In its FY 2002 congressional appropriations, ATF received $500,000 specifically “ to assist in such efforts as linkage technology, electronic filing, and the use of contract employees with the aim of reducing processing times and ensuring the completeness and accuracy of the NFRTR.” ATF used the funds to supplement the contract for staff to image and index the NFA applications. ATF also used the funds to develop the requirements document for the development of an electronic filing system for NFA Forms 2, 3, and 5 and a prototype system and to modify the prototype based on feedback received from the NFA weapons industry.

ATF has a backlog of NFA weapons applications to be imaged and indexed.

We found that as of October 2006, ATF had a 1-year’s backlog worth of application forms to be imaged and indexed. The imaging database is an important parallel system to the NFRTR with the goal of ensuring that all NFA registration and transfer applications received by ATF since 1934 are searchable and retrievable. NFA Branch staff use the imaging database to easily locate specific forms when needed to process new NFA weapons applications, verify the ownership and the complete transfer history of NFA weapons, and verify whether certain weapons are or are not registered in the NFRTR. As of October 2006, all NFA documents received from 1934 through November 2005 were imaged, and two contractors were assigned to image NFA records received since then. In 2005, the NFA Branch had four contractors working on imaging and indexing and a 6‑month backlog. Budget cuts forced ATF to reduce the number of contractors from four to two in June 2005, and as of October 2006 the Branch was falling increasingly farther behind in indexing and imaging NFA weapons application forms. The NFA Branch Chief told us that the Branch needs additional imaging staff to eliminate the backlog.43 ATF did not allot additional funding for imaging NFRTR records for FY 2006 or FY 2007 because of budget constraints and competing priorities. Further, when ATF had four contractors assigned to image NFA forms, they were able to check that the information from the forms had been entered into the NFRTR correctly as they indexed each form. The contractors have not been able to perform this step since the number of contractors was reduced from four to two.

ATF has not completed the e-Forms project.

We found that since 2005, ATF has not had the funds to continue the e-Forms project it initiated in 2004. ATF anticipated that this project would reduce human errors in processing and entering NFA transfer and registration applications, detect errors on applications so that incorrect information was never entered into the NFRTR, improve communication with importers and manufacturers by providing an online method for checking the status of applications submitted electronically, and ultimately reduce the NFA Branch’s data entry burden and require less Examiner time for processing routine NFA applications.44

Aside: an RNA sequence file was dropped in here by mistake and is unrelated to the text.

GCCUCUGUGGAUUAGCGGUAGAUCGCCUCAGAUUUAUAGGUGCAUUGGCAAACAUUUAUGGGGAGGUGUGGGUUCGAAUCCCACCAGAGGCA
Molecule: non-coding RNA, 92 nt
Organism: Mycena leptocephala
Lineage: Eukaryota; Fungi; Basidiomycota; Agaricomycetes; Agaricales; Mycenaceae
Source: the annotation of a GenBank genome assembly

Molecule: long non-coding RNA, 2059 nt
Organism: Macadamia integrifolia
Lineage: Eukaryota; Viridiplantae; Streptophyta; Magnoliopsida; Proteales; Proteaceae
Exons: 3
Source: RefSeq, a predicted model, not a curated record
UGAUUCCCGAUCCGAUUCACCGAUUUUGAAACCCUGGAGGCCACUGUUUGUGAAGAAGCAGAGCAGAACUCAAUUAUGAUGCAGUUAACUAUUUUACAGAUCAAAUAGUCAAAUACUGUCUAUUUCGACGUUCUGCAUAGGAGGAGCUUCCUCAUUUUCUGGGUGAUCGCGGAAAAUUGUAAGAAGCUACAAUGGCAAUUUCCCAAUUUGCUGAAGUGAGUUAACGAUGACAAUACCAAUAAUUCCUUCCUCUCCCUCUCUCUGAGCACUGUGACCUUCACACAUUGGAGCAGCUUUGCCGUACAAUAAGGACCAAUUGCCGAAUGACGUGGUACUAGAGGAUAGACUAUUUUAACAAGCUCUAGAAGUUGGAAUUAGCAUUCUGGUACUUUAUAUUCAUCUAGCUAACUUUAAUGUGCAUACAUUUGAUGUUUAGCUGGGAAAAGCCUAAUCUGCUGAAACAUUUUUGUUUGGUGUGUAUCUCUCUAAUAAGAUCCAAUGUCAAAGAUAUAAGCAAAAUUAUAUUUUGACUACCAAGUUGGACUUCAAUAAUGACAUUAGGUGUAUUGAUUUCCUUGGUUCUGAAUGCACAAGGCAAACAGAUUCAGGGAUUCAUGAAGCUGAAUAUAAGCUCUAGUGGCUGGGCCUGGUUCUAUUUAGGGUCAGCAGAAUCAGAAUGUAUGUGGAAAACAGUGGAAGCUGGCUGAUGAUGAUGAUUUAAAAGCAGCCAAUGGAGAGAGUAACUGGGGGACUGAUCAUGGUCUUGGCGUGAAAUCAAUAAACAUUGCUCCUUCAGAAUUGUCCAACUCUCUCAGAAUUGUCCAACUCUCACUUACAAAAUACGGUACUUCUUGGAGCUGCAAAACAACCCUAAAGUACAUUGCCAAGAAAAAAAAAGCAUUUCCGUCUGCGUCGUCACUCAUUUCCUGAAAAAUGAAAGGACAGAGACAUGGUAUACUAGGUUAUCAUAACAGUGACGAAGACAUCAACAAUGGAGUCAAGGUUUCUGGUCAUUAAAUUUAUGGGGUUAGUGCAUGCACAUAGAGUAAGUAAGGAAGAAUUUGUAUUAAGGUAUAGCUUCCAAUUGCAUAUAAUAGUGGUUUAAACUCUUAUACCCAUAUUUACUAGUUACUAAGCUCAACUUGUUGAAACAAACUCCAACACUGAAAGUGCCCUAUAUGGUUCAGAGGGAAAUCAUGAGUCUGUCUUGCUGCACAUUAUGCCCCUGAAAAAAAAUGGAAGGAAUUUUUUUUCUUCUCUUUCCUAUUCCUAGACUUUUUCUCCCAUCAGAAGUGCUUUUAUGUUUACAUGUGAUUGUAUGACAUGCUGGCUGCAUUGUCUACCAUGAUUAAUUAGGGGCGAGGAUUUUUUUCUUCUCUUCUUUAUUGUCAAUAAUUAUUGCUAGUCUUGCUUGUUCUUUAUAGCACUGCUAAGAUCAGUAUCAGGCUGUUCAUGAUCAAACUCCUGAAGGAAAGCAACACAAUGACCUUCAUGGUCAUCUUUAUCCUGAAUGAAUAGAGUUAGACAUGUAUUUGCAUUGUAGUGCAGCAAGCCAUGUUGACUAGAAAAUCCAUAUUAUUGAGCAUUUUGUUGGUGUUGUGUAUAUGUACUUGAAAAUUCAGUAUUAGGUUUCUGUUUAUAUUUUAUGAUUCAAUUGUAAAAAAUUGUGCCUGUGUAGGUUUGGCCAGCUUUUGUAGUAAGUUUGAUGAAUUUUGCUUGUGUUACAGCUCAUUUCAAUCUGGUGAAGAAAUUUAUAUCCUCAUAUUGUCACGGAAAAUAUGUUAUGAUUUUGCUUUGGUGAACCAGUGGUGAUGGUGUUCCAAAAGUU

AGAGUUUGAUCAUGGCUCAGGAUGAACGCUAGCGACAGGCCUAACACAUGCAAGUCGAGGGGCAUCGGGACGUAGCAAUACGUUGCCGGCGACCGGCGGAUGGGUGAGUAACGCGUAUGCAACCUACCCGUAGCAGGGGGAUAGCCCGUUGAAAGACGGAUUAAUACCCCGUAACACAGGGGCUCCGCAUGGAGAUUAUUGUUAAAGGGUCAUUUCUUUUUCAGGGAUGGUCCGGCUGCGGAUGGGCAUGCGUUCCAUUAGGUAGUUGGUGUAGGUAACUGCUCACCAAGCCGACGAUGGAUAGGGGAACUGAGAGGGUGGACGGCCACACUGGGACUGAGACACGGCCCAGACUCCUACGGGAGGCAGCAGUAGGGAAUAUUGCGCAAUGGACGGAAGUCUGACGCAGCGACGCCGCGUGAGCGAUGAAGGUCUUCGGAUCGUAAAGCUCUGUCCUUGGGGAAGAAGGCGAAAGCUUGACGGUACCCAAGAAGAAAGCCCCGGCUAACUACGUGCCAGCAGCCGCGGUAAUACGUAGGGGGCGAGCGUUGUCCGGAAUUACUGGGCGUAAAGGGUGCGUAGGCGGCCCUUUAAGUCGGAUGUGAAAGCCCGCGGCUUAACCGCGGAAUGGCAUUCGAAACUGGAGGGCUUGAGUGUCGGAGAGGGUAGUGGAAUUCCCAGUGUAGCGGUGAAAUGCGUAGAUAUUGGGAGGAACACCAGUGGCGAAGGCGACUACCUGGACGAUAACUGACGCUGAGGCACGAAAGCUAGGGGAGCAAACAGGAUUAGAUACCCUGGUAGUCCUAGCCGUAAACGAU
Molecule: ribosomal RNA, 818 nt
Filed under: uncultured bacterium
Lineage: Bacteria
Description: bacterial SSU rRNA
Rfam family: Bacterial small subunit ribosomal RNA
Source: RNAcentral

ATF began the e-Forms project in October 2004 (with congressionally earmarked funds as part of FIT) to allow for electronic submission of NFA Form 2 (Notice of Firearms Manufactured or Imported) and Form 3 (Application for Tax-Exempt Transfer of Firearm and Registration to Special Occupational Taxpayer). In June 2005, ATF added Form 5 (Application for Tax-Exempt Transfer and Registration of Firearm) to the project.45 Eighty-two percent of all NFA weapons applications the NFA Branch receives are on Form 2s, 3s, and 5s, and very few of them are disapproved.46 If a significant portion of Form 2s, 3s, and 5s was submitted electronically, Examiners would be able to spend more of their time resolving technical questions and processing complicated NFA weapon applications rather than routinely processing these less complex forms.

In our interviews with NFA Branch staff, several staff members mentioned that establishment of an e-Forms system would enhance the NFRTR and help ensure its reliability. One Specialist explained that “e-Forms would make things easier for the ATF and the external customer” because it would force applicants to provide standardized information and applicants would no longer have to risk forms getting lost in the mail. ATF’s Deputy Assistant Director of the Office of Enforcement Programs and Services expected that an e-Forms system would reduce human error in entering the data from the paper forms into the NFRTR.

In February 2006, ATF demonstrated the prototype of the e-Forms system at the Shooting, Hunting, and Outdoor Trade (SHOT) show, where NFA weapon buyers and sellers expressed eagerness to see it implemented.47 In our interview, a representative of the NFATCA commented on the e-Forms project saying, “I cannot emphasize enough the need for funding.” He believed that e-Forms would speed the NFA weapon application processing and approval process.

According to the Assistant Director, Office of Enforcement Programs and Services, ATF could not continue funding the project while it was still in the prototype phase because of budget constraints. ATF estimates that $13,964,870 will be needed to establish the e-Forms system and to operate it for the first 2 years and that $200,000 will be needed to operate it each year thereafter. The Assistant Director stated that ATF is working closely with the NFA weapons industry to develop alternatives for accomplishing the e-Forms project. He did not know when the project will resume but he believes it will get done because of its importance to streamlining the application process.

  1. Between 2004 and 2006, the average processing time for all forms decreased from 30 days to 8 days. This number includes the NFA registration and transfer forms not discussed in this section. See Appendix I for a list of all NFA forms.